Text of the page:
Flexibility has been venerated and even worshipped
in the yoga world. In fact, one of the main reasons that people say they can't do yoga is because they're "not flexible."
As yoga teaching and practice becomes more biomechanically informed, we see that extreme flexibility is a body imbalance that has serious repercussions in
one's ability to maintain movement efficiency and body delight in daily life.
Pop quiz: which one of these portrays sufficient hamstring flexibility?
See below for the answer!
The "science of stretching" is currently being studied and articulated by some wonderful teachers (listed below). I've sourced from some of them and have been incorporating three main ideas in my recent classes:
Only go into poses/movements that you can get into and out of with your own muscles. That means not using your arms to lever your legs into "hip openings," not grinding yourself deeper into twists with your elbows, not using straps or other props to increase your backbends or open your shoulders. Remember that range of motion is determined by your nervous system/brain and when you override where you can go with your own muscles, your nervous system will perceive that as unsafe territory and resist the stretch.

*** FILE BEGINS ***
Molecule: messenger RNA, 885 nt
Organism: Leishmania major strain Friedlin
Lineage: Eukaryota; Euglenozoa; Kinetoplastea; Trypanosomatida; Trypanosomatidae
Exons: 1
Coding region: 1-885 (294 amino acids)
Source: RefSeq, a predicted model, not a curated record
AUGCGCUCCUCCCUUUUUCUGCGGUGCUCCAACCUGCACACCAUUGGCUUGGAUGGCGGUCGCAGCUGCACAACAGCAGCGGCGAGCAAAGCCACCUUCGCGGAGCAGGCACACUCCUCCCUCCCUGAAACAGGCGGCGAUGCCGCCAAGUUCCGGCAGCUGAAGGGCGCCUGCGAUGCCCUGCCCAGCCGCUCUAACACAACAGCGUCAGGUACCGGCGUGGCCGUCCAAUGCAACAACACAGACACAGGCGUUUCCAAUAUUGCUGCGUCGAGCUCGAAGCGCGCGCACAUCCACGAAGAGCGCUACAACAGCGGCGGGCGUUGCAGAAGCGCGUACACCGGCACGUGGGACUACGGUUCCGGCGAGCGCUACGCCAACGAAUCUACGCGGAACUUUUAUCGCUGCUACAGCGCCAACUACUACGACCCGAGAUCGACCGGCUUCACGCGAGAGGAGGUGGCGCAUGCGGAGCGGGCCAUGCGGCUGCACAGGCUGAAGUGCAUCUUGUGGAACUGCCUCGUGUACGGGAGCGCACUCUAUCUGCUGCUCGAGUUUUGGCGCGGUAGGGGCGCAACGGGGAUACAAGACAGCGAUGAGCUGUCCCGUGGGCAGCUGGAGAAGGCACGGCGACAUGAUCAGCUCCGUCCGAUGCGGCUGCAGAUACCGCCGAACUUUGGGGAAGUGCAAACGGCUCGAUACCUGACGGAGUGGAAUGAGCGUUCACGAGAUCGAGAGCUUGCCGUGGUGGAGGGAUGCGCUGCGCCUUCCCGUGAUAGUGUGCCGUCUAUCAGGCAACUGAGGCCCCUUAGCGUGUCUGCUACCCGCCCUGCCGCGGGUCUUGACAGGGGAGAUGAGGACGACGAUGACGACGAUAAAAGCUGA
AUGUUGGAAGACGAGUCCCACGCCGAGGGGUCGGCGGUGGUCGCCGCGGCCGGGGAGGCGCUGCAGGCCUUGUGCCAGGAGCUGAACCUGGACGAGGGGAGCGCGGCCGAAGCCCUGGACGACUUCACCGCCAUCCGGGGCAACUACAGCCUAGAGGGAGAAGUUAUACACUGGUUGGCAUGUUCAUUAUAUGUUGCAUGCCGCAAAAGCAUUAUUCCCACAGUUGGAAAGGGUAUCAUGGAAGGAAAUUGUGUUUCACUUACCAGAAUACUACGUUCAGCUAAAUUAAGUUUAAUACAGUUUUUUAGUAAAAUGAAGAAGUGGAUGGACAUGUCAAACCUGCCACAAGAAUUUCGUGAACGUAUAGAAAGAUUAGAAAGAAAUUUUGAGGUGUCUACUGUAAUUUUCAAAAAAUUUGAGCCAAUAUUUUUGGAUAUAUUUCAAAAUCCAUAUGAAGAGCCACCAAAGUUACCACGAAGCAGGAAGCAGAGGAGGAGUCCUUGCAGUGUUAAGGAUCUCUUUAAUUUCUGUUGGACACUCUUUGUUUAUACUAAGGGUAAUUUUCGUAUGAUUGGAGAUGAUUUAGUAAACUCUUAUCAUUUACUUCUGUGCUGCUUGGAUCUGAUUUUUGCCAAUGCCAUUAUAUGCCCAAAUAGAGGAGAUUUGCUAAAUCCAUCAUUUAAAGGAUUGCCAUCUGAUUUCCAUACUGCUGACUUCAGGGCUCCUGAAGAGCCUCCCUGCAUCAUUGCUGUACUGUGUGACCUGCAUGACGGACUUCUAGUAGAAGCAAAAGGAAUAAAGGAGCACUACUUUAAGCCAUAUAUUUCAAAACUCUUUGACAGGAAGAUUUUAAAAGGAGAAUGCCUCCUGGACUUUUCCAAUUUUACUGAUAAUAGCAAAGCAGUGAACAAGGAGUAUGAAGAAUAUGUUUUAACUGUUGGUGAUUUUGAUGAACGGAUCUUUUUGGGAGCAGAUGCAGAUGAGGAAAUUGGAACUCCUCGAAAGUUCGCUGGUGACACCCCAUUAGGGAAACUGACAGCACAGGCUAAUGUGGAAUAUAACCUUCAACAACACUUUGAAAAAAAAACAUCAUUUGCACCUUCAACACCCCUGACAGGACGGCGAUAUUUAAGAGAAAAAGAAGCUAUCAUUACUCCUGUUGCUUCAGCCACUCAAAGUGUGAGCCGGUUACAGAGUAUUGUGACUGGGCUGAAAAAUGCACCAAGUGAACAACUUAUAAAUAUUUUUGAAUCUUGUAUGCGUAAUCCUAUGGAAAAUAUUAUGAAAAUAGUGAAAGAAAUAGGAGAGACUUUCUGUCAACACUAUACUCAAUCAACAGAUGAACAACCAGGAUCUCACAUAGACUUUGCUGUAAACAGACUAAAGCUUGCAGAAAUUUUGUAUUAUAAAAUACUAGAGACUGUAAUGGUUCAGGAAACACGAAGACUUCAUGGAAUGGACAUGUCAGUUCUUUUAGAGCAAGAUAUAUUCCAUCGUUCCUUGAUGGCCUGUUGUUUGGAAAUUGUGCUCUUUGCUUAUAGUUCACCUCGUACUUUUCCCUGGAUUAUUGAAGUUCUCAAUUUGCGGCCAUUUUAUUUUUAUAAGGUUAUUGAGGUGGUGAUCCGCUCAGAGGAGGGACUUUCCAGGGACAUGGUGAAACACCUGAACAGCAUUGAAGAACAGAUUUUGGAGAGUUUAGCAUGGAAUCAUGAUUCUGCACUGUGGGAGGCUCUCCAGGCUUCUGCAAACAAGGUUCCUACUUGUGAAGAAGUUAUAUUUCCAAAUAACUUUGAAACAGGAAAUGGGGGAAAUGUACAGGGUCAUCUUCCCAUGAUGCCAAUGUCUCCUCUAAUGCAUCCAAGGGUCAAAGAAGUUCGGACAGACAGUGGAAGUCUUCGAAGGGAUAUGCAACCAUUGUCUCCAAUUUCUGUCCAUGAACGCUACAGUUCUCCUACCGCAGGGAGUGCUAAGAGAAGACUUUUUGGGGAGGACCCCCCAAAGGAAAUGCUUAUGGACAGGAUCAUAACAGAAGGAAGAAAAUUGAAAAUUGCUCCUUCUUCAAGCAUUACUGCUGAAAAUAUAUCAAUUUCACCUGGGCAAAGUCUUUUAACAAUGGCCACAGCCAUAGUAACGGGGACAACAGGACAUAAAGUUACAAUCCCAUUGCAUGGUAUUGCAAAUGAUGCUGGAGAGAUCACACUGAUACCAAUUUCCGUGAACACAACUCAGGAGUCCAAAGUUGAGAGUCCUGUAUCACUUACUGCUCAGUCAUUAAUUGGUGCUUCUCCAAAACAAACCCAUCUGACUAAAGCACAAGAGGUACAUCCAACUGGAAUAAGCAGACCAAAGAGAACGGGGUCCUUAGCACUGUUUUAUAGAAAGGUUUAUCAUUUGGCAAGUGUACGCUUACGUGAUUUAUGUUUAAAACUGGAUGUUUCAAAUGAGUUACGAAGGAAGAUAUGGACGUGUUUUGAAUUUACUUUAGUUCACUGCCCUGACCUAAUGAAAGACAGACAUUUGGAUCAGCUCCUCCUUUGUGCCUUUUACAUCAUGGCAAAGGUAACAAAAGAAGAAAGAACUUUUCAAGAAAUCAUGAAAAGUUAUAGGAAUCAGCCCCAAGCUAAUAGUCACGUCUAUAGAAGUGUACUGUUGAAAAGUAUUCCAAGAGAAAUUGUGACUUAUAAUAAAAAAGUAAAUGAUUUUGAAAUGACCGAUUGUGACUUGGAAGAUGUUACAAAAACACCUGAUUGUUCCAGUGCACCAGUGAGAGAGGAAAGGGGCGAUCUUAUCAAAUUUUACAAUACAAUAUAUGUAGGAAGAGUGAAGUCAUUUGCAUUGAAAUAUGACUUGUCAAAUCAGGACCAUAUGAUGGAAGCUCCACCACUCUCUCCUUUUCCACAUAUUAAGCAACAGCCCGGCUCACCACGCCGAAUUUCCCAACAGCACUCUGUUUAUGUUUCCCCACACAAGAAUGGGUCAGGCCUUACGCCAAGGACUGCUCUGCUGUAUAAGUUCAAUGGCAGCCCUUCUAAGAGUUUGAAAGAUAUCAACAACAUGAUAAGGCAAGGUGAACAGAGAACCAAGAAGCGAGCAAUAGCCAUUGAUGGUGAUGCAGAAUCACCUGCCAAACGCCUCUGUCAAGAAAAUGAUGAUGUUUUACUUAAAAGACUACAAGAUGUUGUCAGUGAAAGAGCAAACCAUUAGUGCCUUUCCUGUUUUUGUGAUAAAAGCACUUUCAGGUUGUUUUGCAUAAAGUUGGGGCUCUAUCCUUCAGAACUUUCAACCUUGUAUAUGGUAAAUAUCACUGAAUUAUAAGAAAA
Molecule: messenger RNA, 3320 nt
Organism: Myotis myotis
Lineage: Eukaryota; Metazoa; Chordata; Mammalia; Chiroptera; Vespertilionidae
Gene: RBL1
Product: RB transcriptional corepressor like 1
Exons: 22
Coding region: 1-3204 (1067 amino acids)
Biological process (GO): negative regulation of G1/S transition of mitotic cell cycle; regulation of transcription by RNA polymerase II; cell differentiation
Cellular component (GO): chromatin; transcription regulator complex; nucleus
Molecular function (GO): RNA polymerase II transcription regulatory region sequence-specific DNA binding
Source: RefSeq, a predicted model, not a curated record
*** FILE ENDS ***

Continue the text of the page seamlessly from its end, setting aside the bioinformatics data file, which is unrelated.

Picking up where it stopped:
At the end range of your movement, engage your muscles. Never hangunsupported in yoga poses, such as standing forward bends (unless your knees are bent and you are releasing your back). As Jules Mitchell says, "strength and optimal muscle function" at the new range of motion enables your nervous system to "work in cooperation" with movement.
Increase range of motion and allow the body to re-pattern with restorative yoga. Supporting every part of the body with props and the floor allows time forthe nervous system to accommodate a new way of being. Try including a few restorative poses into your practice and see if your body finds its way to a happier equilibrium.
Bottom line: you can live a really good life without putting your foot behind your head!